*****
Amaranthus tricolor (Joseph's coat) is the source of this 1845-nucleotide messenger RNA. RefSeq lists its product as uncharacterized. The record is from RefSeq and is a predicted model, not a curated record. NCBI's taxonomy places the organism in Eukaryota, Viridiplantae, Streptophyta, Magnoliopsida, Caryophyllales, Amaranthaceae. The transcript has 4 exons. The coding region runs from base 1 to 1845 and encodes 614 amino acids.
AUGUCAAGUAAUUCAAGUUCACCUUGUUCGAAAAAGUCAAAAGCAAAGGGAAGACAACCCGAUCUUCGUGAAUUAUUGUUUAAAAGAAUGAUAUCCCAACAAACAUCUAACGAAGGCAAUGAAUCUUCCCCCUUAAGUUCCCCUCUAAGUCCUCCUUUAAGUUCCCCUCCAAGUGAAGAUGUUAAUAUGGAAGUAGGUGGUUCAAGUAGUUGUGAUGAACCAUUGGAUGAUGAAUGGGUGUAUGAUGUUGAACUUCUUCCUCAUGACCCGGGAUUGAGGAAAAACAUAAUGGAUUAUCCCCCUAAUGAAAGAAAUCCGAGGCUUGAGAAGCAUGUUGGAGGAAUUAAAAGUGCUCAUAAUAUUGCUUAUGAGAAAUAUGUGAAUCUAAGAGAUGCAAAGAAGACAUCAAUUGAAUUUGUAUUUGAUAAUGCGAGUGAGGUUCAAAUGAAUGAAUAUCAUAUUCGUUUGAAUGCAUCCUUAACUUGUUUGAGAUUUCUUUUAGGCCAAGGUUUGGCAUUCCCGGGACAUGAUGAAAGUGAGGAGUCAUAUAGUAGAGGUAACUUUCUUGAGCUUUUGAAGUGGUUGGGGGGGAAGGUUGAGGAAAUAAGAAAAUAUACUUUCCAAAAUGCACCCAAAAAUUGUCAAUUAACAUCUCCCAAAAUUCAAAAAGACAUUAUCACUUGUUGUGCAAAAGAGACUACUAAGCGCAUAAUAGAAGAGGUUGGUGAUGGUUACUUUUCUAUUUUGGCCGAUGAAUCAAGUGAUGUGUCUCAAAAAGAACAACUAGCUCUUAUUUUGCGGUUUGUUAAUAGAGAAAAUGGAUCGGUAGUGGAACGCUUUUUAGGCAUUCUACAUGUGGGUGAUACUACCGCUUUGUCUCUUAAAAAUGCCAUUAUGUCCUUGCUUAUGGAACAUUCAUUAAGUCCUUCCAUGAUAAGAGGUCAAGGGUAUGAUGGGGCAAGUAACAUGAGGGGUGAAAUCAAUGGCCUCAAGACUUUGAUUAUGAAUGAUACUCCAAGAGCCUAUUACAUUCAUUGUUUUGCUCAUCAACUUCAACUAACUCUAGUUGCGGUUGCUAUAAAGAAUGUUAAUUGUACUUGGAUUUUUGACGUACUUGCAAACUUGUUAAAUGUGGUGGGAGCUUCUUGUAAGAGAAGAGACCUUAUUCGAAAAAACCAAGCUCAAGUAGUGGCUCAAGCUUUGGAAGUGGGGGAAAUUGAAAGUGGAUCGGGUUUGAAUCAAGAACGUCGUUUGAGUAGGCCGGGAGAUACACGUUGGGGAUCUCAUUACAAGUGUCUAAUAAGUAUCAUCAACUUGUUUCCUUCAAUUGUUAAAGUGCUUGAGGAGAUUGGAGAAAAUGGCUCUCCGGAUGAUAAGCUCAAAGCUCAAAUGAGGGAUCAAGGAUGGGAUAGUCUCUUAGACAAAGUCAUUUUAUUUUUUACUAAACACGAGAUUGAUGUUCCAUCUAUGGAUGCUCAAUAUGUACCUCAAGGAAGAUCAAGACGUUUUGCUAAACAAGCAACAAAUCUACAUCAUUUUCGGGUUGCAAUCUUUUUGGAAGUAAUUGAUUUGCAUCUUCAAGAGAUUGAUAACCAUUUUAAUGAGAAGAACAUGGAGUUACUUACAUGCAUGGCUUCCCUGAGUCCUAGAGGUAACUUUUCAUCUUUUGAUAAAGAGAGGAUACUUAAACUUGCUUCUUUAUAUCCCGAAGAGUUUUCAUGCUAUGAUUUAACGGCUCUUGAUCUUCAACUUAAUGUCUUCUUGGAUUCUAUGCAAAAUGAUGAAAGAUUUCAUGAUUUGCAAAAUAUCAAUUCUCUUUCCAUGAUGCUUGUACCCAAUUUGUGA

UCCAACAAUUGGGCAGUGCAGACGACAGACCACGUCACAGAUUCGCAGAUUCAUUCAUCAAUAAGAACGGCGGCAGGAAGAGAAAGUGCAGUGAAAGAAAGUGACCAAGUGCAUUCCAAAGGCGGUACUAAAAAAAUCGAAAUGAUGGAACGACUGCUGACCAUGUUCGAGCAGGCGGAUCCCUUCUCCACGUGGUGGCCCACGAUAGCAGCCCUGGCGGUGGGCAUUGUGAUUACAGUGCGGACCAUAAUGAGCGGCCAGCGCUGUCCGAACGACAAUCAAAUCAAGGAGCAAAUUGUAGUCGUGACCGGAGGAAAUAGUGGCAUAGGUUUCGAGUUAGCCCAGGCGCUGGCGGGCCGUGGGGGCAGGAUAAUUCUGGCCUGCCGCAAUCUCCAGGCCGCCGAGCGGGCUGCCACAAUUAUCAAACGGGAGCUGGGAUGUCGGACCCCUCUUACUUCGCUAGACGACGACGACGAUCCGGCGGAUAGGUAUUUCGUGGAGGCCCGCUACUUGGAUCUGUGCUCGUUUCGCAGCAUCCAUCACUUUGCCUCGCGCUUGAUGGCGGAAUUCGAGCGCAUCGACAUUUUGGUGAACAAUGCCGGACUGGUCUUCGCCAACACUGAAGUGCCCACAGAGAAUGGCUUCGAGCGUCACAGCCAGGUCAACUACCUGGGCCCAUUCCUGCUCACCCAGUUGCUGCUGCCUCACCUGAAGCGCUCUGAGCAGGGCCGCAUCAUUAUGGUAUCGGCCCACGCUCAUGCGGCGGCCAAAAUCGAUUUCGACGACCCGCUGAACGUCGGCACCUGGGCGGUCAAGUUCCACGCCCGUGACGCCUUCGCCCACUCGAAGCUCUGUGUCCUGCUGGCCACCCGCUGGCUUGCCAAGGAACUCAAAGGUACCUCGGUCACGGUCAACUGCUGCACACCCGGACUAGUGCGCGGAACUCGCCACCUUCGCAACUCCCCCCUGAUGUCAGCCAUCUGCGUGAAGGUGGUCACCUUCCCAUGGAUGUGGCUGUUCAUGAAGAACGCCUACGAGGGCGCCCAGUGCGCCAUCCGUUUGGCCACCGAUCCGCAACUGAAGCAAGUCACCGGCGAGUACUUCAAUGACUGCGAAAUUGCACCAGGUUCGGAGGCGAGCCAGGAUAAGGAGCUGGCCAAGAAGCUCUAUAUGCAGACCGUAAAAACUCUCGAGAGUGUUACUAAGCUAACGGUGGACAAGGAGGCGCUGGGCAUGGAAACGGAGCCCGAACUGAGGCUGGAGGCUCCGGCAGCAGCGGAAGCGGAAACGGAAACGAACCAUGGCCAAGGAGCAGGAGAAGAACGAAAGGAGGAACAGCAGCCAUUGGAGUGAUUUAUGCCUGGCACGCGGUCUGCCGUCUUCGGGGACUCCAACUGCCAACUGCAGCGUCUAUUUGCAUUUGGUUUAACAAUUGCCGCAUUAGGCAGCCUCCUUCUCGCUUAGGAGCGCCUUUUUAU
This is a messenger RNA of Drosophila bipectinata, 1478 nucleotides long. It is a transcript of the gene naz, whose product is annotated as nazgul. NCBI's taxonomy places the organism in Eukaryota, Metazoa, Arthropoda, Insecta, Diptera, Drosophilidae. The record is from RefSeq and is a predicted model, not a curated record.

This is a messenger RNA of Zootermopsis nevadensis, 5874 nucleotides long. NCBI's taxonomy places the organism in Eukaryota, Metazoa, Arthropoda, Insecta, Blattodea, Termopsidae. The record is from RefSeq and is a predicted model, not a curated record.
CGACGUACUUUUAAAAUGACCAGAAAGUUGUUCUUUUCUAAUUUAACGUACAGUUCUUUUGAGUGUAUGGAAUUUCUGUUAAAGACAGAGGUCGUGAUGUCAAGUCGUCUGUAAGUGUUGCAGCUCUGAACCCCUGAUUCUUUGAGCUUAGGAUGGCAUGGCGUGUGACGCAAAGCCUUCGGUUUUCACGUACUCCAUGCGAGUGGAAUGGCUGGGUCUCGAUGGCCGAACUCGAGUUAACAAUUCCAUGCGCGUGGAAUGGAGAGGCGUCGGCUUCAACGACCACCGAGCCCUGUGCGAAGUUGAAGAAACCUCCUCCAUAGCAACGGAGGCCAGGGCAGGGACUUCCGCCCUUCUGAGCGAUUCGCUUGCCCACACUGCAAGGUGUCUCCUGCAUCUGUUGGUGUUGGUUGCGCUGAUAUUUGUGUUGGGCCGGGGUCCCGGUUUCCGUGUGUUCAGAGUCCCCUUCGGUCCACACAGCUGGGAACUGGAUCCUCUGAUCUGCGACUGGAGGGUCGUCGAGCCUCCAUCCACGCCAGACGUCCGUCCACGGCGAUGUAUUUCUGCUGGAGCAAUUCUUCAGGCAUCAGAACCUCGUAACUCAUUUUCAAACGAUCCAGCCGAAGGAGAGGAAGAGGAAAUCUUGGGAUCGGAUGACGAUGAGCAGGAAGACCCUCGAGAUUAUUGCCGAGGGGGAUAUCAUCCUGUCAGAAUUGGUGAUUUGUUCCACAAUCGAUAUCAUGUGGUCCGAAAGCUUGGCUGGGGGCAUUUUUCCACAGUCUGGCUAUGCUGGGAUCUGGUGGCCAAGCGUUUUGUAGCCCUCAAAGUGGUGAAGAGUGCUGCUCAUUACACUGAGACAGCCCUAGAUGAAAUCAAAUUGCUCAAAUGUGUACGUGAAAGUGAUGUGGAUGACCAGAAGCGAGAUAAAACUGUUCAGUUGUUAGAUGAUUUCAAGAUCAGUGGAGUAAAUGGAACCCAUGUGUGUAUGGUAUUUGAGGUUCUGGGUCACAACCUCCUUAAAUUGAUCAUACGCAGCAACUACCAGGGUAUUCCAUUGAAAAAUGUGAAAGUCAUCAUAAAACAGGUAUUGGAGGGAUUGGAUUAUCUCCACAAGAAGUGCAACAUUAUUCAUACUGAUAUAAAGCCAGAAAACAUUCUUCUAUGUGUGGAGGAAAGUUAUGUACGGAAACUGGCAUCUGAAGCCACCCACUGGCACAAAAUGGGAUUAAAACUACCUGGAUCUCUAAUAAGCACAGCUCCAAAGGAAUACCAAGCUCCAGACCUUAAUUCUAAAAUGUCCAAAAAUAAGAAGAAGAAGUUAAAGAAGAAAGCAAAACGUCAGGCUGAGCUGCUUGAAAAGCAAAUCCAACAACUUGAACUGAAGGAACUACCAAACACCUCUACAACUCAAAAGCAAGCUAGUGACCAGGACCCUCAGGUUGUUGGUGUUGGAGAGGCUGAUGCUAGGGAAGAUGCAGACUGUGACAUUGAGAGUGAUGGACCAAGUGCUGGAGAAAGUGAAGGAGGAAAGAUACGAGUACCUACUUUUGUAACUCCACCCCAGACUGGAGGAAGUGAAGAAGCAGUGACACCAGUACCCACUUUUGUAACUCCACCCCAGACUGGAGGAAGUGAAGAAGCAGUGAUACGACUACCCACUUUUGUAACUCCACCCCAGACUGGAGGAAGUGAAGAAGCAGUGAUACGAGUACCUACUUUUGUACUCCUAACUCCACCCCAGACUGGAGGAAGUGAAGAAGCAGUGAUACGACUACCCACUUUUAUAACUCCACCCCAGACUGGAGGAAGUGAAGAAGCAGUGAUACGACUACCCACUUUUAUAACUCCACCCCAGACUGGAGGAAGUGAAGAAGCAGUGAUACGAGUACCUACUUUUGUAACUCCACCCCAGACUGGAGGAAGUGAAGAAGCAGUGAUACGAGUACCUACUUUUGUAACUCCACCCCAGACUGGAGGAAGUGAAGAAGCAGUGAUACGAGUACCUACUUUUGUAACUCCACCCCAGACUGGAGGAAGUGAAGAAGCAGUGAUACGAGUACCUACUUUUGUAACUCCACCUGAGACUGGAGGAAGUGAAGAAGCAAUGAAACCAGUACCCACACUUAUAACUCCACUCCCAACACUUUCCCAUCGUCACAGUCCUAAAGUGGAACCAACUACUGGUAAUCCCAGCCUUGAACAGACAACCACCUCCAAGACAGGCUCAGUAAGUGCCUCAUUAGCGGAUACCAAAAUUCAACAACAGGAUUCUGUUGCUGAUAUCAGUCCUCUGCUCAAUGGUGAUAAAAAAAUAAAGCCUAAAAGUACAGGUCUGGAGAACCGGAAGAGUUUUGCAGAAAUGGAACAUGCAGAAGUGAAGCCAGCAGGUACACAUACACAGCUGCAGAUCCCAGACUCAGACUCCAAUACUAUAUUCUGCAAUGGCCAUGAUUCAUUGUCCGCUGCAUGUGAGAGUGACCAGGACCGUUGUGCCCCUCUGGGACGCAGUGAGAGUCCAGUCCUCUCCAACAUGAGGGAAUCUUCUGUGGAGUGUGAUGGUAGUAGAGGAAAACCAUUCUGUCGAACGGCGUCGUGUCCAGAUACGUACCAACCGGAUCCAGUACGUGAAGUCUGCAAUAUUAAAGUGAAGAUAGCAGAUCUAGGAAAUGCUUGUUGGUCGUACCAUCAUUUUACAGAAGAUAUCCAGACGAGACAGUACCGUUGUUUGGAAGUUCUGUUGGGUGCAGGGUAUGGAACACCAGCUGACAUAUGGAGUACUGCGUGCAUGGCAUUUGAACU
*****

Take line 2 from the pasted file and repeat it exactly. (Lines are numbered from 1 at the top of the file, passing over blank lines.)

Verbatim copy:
AUGUCAAGUAAUUCAAGUUCACCUUGUUCGAAAAAGUCAAAAGCAAAGGGAAGACAACCCGAUCUUCGUGAAUUAUUGUUUAAAAGAAUGAUAUCCCAACAAACAUCUAACGAAGGCAAUGAAUCUUCCCCCUUAAGUUCCCCUCUAAGUCCUCCUUUAAGUUCCCCUCCAAGUGAAGAUGUUAAUAUGGAAGUAGGUGGUUCAAGUAGUUGUGAUGAACCAUUGGAUGAUGAAUGGGUGUAUGAUGUUGAACUUCUUCCUCAUGACCCGGGAUUGAGGAAAAACAUAAUGGAUUAUCCCCCUAAUGAAAGAAAUCCGAGGCUUGAGAAGCAUGUUGGAGGAAUUAAAAGUGCUCAUAAUAUUGCUUAUGAGAAAUAUGUGAAUCUAAGAGAUGCAAAGAAGACAUCAAUUGAAUUUGUAUUUGAUAAUGCGAGUGAGGUUCAAAUGAAUGAAUAUCAUAUUCGUUUGAAUGCAUCCUUAACUUGUUUGAGAUUUCUUUUAGGCCAAGGUUUGGCAUUCCCGGGACAUGAUGAAAGUGAGGAGUCAUAUAGUAGAGGUAACUUUCUUGAGCUUUUGAAGUGGUUGGGGGGGAAGGUUGAGGAAAUAAGAAAAUAUACUUUCCAAAAUGCACCCAAAAAUUGUCAAUUAACAUCUCCCAAAAUUCAAAAAGACAUUAUCACUUGUUGUGCAAAAGAGACUACUAAGCGCAUAAUAGAAGAGGUUGGUGAUGGUUACUUUUCUAUUUUGGCCGAUGAAUCAAGUGAUGUGUCUCAAAAAGAACAACUAGCUCUUAUUUUGCGGUUUGUUAAUAGAGAAAAUGGAUCGGUAGUGGAACGCUUUUUAGGCAUUCUACAUGUGGGUGAUACUACCGCUUUGUCUCUUAAAAAUGCCAUUAUGUCCUUGCUUAUGGAACAUUCAUUAAGUCCUUCCAUGAUAAGAGGUCAAGGGUAUGAUGGGGCAAGUAACAUGAGGGGUGAAAUCAAUGGCCUCAAGACUUUGAUUAUGAAUGAUACUCCAAGAGCCUAUUACAUUCAUUGUUUUGCUCAUCAACUUCAACUAACUCUAGUUGCGGUUGCUAUAAAGAAUGUUAAUUGUACUUGGAUUUUUGACGUACUUGCAAACUUGUUAAAUGUGGUGGGAGCUUCUUGUAAGAGAAGAGACCUUAUUCGAAAAAACCAAGCUCAAGUAGUGGCUCAAGCUUUGGAAGUGGGGGAAAUUGAAAGUGGAUCGGGUUUGAAUCAAGAACGUCGUUUGAGUAGGCCGGGAGAUACACGUUGGGGAUCUCAUUACAAGUGUCUAAUAAGUAUCAUCAACUUGUUUCCUUCAAUUGUUAAAGUGCUUGAGGAGAUUGGAGAAAAUGGCUCUCCGGAUGAUAAGCUCAAAGCUCAAAUGAGGGAUCAAGGAUGGGAUAGUCUCUUAGACAAAGUCAUUUUAUUUUUUACUAAACACGAGAUUGAUGUUCCAUCUAUGGAUGCUCAAUAUGUACCUCAAGGAAGAUCAAGACGUUUUGCUAAACAAGCAACAAAUCUACAUCAUUUUCGGGUUGCAAUCUUUUUGGAAGUAAUUGAUUUGCAUCUUCAAGAGAUUGAUAACCAUUUUAAUGAGAAGAACAUGGAGUUACUUACAUGCAUGGCUUCCCUGAGUCCUAGAGGUAACUUUUCAUCUUUUGAUAAAGAGAGGAUACUUAAACUUGCUUCUUUAUAUCCCGAAGAGUUUUCAUGCUAUGAUUUAACGGCUCUUGAUCUUCAACUUAAUGUCUUCUUGGAUUCUAUGCAAAAUGAUGAAAGAUUUCAUGAUUUGCAAAAUAUCAAUUCUCUUUCCAUGAUGCUUGUACCCAAUUUGUGA